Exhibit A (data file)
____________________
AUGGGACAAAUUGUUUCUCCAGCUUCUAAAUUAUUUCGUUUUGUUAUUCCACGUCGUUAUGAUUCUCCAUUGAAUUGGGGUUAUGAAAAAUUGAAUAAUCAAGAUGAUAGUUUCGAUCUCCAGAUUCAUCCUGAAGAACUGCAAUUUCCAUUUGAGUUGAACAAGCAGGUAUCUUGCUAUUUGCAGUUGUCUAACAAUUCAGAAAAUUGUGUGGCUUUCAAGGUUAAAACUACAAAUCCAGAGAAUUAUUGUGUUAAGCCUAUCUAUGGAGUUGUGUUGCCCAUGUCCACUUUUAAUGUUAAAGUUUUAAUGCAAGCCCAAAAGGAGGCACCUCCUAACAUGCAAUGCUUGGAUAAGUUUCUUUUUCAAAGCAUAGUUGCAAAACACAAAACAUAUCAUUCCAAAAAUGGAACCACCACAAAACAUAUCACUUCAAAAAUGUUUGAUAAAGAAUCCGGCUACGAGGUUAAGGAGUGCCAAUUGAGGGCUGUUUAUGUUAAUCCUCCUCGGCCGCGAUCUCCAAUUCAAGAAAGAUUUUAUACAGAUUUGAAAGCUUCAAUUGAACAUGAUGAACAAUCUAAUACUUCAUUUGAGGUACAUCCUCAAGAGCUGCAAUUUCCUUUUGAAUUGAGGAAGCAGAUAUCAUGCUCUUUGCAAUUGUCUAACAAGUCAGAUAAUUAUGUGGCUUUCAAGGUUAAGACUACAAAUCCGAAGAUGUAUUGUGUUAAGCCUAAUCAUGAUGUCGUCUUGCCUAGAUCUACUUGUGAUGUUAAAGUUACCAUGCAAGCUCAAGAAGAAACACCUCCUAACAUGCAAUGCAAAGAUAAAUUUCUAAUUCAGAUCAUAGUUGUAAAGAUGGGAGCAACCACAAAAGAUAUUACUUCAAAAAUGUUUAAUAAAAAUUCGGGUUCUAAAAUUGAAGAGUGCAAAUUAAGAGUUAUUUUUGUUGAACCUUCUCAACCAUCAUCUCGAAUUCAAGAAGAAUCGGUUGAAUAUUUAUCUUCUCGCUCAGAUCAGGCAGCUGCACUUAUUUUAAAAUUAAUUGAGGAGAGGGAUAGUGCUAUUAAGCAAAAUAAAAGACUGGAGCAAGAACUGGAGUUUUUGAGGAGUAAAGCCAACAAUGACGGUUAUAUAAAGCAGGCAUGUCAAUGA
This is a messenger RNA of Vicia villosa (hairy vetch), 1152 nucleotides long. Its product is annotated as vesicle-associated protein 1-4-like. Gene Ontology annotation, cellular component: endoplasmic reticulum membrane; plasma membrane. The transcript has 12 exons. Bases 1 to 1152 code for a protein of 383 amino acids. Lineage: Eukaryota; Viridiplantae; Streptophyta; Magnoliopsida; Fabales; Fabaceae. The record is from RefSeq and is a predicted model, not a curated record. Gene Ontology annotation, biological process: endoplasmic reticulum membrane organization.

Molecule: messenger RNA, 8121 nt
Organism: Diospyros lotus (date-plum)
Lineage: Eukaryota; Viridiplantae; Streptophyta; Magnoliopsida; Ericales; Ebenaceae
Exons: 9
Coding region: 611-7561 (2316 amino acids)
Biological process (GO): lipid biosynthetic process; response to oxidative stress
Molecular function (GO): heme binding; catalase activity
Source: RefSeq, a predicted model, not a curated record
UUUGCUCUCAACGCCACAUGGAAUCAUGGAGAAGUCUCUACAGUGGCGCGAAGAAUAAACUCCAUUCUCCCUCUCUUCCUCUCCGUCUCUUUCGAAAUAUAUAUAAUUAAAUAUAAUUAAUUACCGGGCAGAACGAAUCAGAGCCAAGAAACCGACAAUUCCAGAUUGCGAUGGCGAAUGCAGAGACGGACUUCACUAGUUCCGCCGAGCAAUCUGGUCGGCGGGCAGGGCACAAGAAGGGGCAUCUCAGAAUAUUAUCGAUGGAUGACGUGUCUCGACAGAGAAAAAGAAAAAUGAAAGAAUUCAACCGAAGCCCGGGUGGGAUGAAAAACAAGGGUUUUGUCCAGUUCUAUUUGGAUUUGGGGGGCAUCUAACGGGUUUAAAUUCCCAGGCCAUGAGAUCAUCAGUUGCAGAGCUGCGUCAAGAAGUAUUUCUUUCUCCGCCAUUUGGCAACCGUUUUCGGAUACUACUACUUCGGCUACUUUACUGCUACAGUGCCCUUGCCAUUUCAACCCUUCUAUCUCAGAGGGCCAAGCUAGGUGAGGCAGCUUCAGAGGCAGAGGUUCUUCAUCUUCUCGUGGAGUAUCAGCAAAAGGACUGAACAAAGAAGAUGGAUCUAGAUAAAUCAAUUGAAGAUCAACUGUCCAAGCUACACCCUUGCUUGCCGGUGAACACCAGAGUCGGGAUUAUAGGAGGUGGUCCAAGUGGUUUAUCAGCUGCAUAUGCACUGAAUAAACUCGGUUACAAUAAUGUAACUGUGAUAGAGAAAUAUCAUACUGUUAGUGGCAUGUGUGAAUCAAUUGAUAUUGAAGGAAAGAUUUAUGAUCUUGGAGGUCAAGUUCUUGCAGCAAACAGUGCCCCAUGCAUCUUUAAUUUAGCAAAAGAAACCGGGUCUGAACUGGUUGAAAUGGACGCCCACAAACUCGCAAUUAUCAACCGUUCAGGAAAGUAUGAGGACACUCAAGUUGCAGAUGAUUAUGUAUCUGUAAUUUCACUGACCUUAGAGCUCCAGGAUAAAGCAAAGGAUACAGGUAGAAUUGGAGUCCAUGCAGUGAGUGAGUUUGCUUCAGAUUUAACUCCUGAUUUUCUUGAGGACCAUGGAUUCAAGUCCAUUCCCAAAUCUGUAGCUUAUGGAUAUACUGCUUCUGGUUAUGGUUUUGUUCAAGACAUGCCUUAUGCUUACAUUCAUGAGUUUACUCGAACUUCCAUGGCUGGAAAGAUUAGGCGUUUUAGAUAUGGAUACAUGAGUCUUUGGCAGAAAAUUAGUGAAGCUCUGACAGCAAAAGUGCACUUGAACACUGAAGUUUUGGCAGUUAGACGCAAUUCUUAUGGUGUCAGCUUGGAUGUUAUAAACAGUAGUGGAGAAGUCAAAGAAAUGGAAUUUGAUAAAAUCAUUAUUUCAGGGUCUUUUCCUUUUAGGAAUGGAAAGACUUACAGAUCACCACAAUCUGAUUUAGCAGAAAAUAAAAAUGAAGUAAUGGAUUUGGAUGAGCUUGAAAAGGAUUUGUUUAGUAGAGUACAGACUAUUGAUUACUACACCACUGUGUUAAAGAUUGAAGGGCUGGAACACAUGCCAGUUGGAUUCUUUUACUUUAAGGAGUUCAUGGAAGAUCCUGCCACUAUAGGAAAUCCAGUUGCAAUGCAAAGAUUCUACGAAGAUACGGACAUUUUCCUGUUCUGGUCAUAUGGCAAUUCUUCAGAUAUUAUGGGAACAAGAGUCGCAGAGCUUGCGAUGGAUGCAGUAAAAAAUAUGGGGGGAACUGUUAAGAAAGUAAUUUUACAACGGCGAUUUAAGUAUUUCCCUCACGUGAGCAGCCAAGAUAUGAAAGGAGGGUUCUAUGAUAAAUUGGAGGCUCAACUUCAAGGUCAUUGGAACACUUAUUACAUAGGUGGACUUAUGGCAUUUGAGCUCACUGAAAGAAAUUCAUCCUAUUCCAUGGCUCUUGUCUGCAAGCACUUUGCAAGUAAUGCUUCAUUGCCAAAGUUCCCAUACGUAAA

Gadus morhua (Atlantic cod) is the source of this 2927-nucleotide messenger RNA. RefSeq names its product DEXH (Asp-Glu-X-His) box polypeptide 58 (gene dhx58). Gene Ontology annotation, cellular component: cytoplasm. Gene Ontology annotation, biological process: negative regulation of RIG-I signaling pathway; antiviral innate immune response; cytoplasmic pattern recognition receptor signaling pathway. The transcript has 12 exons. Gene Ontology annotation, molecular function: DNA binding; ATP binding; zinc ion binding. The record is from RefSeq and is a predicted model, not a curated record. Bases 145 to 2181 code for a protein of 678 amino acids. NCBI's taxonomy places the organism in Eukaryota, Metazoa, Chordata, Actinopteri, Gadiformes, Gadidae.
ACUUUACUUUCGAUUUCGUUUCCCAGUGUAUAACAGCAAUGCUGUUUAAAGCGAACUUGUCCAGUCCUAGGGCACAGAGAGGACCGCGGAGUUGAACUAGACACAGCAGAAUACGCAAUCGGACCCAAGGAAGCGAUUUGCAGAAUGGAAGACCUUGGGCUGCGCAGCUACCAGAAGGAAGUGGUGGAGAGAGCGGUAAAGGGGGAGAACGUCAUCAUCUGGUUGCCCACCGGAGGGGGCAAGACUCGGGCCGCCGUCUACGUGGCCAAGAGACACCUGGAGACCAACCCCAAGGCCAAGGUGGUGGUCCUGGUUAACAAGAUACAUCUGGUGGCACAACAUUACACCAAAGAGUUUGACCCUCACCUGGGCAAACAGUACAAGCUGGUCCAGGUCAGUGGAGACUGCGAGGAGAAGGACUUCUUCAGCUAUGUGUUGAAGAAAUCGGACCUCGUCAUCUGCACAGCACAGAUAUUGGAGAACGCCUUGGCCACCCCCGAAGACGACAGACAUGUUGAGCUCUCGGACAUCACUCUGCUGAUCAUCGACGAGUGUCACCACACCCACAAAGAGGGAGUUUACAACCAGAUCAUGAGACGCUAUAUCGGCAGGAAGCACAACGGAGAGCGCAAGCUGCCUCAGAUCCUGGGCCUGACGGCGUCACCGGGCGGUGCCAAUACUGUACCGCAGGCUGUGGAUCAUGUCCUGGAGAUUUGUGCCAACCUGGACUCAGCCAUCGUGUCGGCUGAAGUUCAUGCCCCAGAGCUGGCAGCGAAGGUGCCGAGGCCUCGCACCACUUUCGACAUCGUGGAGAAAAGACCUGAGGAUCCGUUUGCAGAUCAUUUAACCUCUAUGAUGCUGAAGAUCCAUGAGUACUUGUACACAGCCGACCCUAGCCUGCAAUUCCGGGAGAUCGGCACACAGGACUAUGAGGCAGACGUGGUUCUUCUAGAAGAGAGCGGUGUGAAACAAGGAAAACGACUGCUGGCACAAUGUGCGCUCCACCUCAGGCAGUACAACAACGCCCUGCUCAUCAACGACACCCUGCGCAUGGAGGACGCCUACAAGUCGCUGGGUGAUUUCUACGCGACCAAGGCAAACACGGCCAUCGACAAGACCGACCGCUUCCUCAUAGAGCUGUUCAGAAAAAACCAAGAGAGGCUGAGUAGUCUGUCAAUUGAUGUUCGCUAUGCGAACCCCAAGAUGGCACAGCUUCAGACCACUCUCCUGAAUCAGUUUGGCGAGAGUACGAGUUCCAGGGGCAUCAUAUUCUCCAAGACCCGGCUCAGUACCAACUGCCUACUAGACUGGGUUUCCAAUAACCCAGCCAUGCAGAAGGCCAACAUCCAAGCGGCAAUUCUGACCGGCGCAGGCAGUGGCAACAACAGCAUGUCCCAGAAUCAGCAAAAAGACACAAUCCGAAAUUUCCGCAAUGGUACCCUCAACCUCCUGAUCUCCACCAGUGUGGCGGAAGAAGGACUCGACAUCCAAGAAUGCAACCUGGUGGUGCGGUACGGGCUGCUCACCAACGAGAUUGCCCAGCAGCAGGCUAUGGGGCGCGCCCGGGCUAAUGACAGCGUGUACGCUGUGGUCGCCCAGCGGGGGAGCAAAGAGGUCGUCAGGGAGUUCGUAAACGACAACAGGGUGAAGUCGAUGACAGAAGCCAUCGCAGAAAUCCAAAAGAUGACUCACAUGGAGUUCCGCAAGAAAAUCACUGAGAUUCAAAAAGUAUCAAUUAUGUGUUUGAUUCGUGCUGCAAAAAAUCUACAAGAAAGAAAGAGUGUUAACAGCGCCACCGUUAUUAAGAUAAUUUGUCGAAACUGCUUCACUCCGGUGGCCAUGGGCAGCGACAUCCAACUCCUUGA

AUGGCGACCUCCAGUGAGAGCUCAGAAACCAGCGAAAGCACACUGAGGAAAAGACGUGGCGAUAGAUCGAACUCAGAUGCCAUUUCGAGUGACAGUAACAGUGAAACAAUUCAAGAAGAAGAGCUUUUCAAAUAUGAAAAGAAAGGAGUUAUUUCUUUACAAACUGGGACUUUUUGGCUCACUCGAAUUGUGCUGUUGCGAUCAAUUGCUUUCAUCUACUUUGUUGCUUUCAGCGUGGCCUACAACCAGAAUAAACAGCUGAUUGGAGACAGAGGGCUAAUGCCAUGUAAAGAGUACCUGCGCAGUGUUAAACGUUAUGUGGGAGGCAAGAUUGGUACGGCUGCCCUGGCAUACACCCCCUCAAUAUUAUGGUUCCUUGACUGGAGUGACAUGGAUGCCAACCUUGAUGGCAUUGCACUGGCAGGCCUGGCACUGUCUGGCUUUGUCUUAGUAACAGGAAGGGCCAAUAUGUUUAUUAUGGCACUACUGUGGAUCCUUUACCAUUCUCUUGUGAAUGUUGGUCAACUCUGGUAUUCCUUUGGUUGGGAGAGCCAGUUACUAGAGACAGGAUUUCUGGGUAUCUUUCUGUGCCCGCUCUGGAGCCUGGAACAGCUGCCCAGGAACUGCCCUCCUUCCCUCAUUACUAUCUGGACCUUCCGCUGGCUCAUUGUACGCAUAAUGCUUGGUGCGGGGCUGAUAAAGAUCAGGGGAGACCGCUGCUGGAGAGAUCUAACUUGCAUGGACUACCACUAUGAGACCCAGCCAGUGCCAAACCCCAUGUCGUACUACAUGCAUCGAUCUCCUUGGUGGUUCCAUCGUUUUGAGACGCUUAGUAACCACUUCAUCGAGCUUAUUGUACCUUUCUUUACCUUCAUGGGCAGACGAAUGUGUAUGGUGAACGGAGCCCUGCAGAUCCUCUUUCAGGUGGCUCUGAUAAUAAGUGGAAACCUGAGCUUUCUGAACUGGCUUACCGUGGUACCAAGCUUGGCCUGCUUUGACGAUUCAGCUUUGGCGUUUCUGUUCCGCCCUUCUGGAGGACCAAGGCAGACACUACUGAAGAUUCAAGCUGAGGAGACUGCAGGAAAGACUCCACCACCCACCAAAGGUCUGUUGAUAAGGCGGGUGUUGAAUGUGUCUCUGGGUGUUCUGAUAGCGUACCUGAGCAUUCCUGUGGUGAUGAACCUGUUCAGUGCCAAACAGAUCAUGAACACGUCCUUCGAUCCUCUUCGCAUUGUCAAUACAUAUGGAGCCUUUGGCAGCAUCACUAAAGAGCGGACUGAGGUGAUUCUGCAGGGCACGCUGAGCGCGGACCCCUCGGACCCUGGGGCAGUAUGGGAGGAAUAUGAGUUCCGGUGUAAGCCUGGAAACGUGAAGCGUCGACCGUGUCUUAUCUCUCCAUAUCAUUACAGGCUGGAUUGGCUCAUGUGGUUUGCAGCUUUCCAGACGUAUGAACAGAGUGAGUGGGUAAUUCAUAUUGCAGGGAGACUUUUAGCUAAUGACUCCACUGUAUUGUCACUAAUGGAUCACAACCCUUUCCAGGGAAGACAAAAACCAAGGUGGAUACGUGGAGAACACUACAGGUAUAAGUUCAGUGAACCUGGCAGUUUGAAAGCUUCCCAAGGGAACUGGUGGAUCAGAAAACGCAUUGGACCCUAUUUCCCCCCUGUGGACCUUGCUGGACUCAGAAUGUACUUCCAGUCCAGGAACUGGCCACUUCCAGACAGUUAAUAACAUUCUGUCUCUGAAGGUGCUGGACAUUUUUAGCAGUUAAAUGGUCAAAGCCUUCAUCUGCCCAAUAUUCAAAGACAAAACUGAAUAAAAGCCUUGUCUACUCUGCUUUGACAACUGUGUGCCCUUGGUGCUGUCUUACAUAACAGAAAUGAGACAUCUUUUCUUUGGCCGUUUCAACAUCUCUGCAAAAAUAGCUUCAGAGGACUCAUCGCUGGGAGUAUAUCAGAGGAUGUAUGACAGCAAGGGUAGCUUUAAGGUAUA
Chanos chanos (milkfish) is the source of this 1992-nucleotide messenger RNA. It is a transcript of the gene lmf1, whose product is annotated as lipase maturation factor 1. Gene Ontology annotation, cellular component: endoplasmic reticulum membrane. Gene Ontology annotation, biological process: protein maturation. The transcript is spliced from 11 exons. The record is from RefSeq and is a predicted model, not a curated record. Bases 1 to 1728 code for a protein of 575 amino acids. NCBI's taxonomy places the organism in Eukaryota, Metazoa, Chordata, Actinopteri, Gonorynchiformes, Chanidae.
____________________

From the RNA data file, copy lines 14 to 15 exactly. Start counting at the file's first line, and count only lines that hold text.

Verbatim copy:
AUGGCGACCUCCAGUGAGAGCUCAGAAACCAGCGAAAGCACACUGAGGAAAAGACGUGGCGAUAGAUCGAACUCAGAUGCCAUUUCGAGUGACAGUAACAGUGAAACAAUUCAAGAAGAAGAGCUUUUCAAAUAUGAAAAGAAAGGAGUUAUUUCUUUACAAACUGGGACUUUUUGGCUCACUCGAAUUGUGCUGUUGCGAUCAAUUGCUUUCAUCUACUUUGUUGCUUUCAGCGUGGCCUACAACCAGAAUAAACAGCUGAUUGGAGACAGAGGGCUAAUGCCAUGUAAAGAGUACCUGCGCAGUGUUAAACGUUAUGUGGGAGGCAAGAUUGGUACGGCUGCCCUGGCAUACACCCCCUCAAUAUUAUGGUUCCUUGACUGGAGUGACAUGGAUGCCAACCUUGAUGGCAUUGCACUGGCAGGCCUGGCACUGUCUGGCUUUGUCUUAGUAACAGGAAGGGCCAAUAUGUUUAUUAUGGCACUACUGUGGAUCCUUUACCAUUCUCUUGUGAAUGUUGGUCAACUCUGGUAUUCCUUUGGUUGGGAGAGCCAGUUACUAGAGACAGGAUUUCUGGGUAUCUUUCUGUGCCCGCUCUGGAGCCUGGAACAGCUGCCCAGGAACUGCCCUCCUUCCCUCAUUACUAUCUGGACCUUCCGCUGGCUCAUUGUACGCAUAAUGCUUGGUGCGGGGCUGAUAAAGAUCAGGGGAGACCGCUGCUGGAGAGAUCUAACUUGCAUGGACUACCACUAUGAGACCCAGCCAGUGCCAAACCCCAUGUCGUACUACAUGCAUCGAUCUCCUUGGUGGUUCCAUCGUUUUGAGACGCUUAGUAACCACUUCAUCGAGCUUAUUGUACCUUUCUUUACCUUCAUGGGCAGACGAAUGUGUAUGGUGAACGGAGCCCUGCAGAUCCUCUUUCAGGUGGCUCUGAUAAUAAGUGGAAACCUGAGCUUUCUGAACUGGCUUACCGUGGUACCAAGCUUGGCCUGCUUUGACGAUUCAGCUUUGGCGUUUCUGUUCCGCCCUUCUGGAGGACCAAGGCAGACACUACUGAAGAUUCAAGCUGAGGAGACUGCAGGAAAGACUCCACCACCCACCAAAGGUCUGUUGAUAAGGCGGGUGUUGAAUGUGUCUCUGGGUGUUCUGAUAGCGUACCUGAGCAUUCCUGUGGUGAUGAACCUGUUCAGUGCCAAACAGAUCAUGAACACGUCCUUCGAUCCUCUUCGCAUUGUCAAUACAUAUGGAGCCUUUGGCAGCAUCACUAAAGAGCGGACUGAGGUGAUUCUGCAGGGCACGCUGAGCGCGGACCCCUCGGACCCUGGGGCAGUAUGGGAGGAAUAUGAGUUCCGGUGUAAGCCUGGAAACGUGAAGCGUCGACCGUGUCUUAUCUCUCCAUAUCAUUACAGGCUGGAUUGGCUCAUGUGGUUUGCAGCUUUCCAGACGUAUGAACAGAGUGAGUGGGUAAUUCAUAUUGCAGGGAGACUUUUAGCUAAUGACUCCACUGUAUUGUCACUAAUGGAUCACAACCCUUUCCAGGGAAGACAAAAACCAAGGUGGAUACGUGGAGAACACUACAGGUAUAAGUUCAGUGAACCUGGCAGUUUGAAAGCUUCCCAAGGGAACUGGUGGAUCAGAAAACGCAUUGGACCCUAUUUCCCCCCUGUGGACCUUGCUGGACUCAGAAUGUACUUCCAGUCCAGGAACUGGCCACUUCCAGACAGUUAAUAACAUUCUGUCUCUGAAGGUGCUGGACAUUUUUAGCAGUUAAAUGGUCAAAGCCUUCAUCUGCCCAAUAUUCAAAGACAAAACUGAAUAAAAGCCUUGUCUACUCUGCUUUGACAACUGUGUGCCCUUGGUGCUGUCUUACAUAACAGAAAUGAGACAUCUUUUCUUUGGCCGUUUCAACAUCUCUGCAAAAAUAGCUUCAGAGGACUCAUCGCUGGGAGUAUAUCAGAGGAUGUAUGACAGCAAGGGUAGCUUUAAGGUAUA
Chanos chanos (milkfish) is the source of this 1992-nucleotide messenger RNA. It is a transcript of the gene lmf1, whose product is annotated as lipase maturation factor 1. Gene Ontology annotation, cellular component: endoplasmic reticulum membrane. Gene Ontology annotation, biological process: protein maturation. The transcript is spliced from 11 exons. The record is from RefSeq and is a predicted model, not a curated record. Bases 1 to 1728 code for a protein of 575 amino acids. NCBI's taxonomy places the organism in Eukaryota, Metazoa, Chordata, Actinopteri, Gonorynchiformes, Chanidae.